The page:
Carpal Tunnel Syndrome

ExitCare ImageThe carpal tunnel is a narrow area located on the palm side of your wrist. The tunnel is formed by the wrist bones and ligaments. Nerves, blood vessels, and tendons pass through the carpal tunnel. Repeated wrist motion or certain diseases may cause swelling within the tunnel. This swelling pinches the main nerve in the wrist (median nerve) and causes the painful hand and arm condition called carpal tunnel syndrome.


  • Repeated wrist motions.

  • Wrist injuries.

  • Certain diseases like arthritis, diabetes, alcoholism, hyperthyroidism, and kidney failure.

  • Obesity.

  • Pregnancy.


  • A "pins and needles" feeling in your fingers or hand.

  • Tingling or numbness in your fingers or hand.

  • An aching feeling in your entire arm.

  • Wrist pain that goes up your arm to your shoulder.

  • Pain that goes down into your palm or fingers.

  • A weak feeling in your hands.


Your caregiver will take your history and perform a physical exam. An electromyography test may be needed. This test measures electrical signals sent out by the muscles. The electrical signals are usually slowed by carpal tunnel syndrome. You may also need X-rays.


Carpal tunnel syndrome may clear up by itself. Your caregiver may recommend a wrist splint or medicine such as a nonsteroidal anti-inflammatory medicine. Cortisone injections may help. Sometimes, surgery may be needed to free the pinched nerve.


  • Take all medicine as directed by your caregiver. Only take over-the-counter or prescription medicines for pain, discomfort, or fever as directed by your caregiver.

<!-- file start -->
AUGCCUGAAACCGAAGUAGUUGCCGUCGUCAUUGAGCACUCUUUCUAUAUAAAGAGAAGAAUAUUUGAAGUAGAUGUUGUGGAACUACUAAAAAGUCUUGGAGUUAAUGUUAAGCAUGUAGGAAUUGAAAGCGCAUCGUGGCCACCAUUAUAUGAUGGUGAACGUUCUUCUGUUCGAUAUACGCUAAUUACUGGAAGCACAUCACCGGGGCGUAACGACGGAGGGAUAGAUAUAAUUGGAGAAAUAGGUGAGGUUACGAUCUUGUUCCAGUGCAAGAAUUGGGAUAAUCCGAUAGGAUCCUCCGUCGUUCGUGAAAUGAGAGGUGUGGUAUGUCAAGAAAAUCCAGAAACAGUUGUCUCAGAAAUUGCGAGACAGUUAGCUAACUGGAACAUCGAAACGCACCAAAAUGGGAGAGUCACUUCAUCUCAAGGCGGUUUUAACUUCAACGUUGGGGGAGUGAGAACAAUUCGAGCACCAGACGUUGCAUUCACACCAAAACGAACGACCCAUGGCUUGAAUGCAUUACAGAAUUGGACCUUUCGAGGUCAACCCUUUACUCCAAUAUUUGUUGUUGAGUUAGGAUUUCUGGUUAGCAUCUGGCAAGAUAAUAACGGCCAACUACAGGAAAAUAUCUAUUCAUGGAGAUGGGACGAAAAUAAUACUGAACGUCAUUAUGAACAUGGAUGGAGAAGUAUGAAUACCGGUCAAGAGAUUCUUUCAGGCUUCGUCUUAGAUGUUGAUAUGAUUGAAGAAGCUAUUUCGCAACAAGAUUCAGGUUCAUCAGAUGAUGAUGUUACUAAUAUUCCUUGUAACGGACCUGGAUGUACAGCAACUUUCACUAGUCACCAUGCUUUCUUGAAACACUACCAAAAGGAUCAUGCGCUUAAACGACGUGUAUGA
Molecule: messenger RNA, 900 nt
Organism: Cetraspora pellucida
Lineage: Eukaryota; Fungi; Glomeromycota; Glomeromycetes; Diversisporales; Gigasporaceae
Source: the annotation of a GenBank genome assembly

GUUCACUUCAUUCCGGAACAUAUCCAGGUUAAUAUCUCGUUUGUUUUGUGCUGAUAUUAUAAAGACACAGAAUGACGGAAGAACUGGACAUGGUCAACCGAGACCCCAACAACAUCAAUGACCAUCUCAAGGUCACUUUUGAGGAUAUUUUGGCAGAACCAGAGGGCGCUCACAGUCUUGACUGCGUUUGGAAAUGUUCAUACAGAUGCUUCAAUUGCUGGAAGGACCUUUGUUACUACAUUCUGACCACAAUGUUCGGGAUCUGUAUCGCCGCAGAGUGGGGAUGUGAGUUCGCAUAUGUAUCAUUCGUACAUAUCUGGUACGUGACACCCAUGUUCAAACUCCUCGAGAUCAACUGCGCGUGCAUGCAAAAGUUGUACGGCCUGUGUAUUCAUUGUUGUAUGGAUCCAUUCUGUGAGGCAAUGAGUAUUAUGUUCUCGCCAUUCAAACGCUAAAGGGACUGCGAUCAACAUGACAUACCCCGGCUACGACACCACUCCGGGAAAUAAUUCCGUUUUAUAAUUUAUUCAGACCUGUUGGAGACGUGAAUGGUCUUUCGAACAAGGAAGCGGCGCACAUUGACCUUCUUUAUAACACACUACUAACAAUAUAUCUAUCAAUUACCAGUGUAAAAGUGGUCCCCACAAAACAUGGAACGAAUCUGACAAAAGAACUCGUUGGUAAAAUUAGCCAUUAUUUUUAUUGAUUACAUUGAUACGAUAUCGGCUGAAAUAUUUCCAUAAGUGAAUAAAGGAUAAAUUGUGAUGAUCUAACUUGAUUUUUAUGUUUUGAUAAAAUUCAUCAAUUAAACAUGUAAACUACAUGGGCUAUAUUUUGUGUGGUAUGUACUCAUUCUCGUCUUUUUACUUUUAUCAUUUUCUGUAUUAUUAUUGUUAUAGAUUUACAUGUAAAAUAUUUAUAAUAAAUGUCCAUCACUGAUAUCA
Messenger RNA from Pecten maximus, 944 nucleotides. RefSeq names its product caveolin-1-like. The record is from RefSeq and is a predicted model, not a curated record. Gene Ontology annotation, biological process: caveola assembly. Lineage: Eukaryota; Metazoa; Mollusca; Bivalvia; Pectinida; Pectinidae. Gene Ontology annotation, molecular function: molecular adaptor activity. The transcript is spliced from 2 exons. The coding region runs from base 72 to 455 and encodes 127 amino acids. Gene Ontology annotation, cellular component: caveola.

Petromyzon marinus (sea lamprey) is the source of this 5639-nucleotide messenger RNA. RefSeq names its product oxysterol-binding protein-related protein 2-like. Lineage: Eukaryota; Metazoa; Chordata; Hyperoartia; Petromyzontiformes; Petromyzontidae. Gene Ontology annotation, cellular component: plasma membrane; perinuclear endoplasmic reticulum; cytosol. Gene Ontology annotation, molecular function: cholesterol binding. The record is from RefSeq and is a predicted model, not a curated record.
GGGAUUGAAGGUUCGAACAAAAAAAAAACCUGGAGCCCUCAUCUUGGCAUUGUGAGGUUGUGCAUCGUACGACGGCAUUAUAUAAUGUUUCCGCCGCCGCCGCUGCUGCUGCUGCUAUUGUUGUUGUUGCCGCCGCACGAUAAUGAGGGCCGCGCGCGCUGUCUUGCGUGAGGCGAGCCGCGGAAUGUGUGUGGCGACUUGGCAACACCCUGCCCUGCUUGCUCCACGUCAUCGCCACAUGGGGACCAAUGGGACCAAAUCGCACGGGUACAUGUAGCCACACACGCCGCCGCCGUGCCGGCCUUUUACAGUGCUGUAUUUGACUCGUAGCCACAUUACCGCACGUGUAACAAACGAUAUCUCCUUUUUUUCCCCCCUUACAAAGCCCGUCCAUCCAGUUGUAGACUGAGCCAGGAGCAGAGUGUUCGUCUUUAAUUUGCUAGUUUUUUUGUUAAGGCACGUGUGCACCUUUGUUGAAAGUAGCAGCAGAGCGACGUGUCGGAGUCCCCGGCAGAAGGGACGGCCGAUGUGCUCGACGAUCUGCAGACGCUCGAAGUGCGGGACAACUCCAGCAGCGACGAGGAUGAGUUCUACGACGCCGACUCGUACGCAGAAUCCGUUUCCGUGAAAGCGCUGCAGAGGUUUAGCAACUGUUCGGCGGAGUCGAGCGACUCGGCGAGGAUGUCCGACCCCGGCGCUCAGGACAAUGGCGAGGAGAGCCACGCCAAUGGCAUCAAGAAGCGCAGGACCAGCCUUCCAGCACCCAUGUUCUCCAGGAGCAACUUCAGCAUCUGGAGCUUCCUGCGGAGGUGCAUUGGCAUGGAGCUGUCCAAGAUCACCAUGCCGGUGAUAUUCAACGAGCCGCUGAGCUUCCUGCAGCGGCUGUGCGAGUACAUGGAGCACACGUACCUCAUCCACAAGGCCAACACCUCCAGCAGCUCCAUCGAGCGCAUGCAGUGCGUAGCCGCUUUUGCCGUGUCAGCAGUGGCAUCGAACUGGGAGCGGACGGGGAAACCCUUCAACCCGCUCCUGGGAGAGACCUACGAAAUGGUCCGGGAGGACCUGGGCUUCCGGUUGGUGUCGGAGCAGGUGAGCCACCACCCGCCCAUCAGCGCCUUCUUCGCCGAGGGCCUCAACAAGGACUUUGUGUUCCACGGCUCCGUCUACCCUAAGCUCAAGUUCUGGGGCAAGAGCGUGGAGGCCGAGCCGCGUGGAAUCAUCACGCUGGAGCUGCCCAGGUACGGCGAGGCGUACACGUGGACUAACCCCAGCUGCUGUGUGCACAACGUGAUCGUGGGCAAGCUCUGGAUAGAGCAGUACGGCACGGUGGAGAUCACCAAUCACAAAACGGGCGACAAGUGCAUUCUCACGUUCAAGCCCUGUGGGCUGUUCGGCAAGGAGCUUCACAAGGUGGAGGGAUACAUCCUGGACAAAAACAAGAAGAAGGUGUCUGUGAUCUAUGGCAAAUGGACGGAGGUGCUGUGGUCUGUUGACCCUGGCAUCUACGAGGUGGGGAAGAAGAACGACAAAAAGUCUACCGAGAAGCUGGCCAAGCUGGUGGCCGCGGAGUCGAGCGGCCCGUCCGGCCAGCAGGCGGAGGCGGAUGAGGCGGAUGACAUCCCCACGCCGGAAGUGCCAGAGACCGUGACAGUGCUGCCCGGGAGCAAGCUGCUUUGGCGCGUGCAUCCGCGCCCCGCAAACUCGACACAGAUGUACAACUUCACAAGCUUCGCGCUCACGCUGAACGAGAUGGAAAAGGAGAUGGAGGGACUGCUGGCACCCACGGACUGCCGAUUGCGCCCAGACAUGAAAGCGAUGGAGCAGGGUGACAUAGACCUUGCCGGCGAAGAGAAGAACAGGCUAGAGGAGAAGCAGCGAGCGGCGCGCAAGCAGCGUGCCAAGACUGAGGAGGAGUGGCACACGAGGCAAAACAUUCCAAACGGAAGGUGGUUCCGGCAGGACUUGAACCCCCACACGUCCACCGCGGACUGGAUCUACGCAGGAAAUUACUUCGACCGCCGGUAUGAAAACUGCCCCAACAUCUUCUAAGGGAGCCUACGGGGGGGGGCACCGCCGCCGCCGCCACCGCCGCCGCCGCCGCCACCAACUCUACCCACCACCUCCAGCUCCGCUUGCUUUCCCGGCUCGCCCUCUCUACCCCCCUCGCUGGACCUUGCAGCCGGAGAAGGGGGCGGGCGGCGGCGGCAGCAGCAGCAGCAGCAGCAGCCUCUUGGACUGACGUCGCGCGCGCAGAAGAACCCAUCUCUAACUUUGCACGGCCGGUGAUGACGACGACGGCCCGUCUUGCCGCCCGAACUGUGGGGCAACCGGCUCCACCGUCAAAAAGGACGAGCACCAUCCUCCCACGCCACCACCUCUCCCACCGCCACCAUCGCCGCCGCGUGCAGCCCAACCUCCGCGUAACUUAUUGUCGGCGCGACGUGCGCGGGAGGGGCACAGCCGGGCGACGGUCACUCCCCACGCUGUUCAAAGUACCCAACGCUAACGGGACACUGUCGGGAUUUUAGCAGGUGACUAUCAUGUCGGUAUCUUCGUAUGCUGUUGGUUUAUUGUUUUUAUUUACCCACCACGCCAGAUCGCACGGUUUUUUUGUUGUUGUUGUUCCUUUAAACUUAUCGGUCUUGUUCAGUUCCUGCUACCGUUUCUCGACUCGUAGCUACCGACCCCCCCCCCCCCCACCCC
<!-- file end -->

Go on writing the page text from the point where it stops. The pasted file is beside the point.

• If you were given a splint to keep your wrist from bending, wear it as directed. It is important to wear the splint at night. Wear the splint for as long as you have pain or numbness in your hand, arm, or wrist. This may take 1 to 2 months.

  • Rest your wrist from any activity that may be causing your pain. If your symptoms are work-related, you may need to talk to your employer about changing to a job that does not require using your wrist.

  • Put ice on your wrist after long periods of wrist activity.

  • Put ice in a plastic bag.

  • Place a towel between your skin and the bag.

  • Leave the ice on for 15-20 minutes, 03-04 times a day.

  • Keep all follow-up visits as directed by your caregiver. This includes any orthopedic referrals, physical therapy, and rehabilitation. Any delay in getting necessary care could result in a delay or failure of your condition to heal.


  • You have new, unexplained symptoms.

  • Your symptoms get worse and are not helped or controlled with medicines.


  • Understand these instructions.

  • Will watch your condition.

  • Will get help right away if you are not doing well or get worse.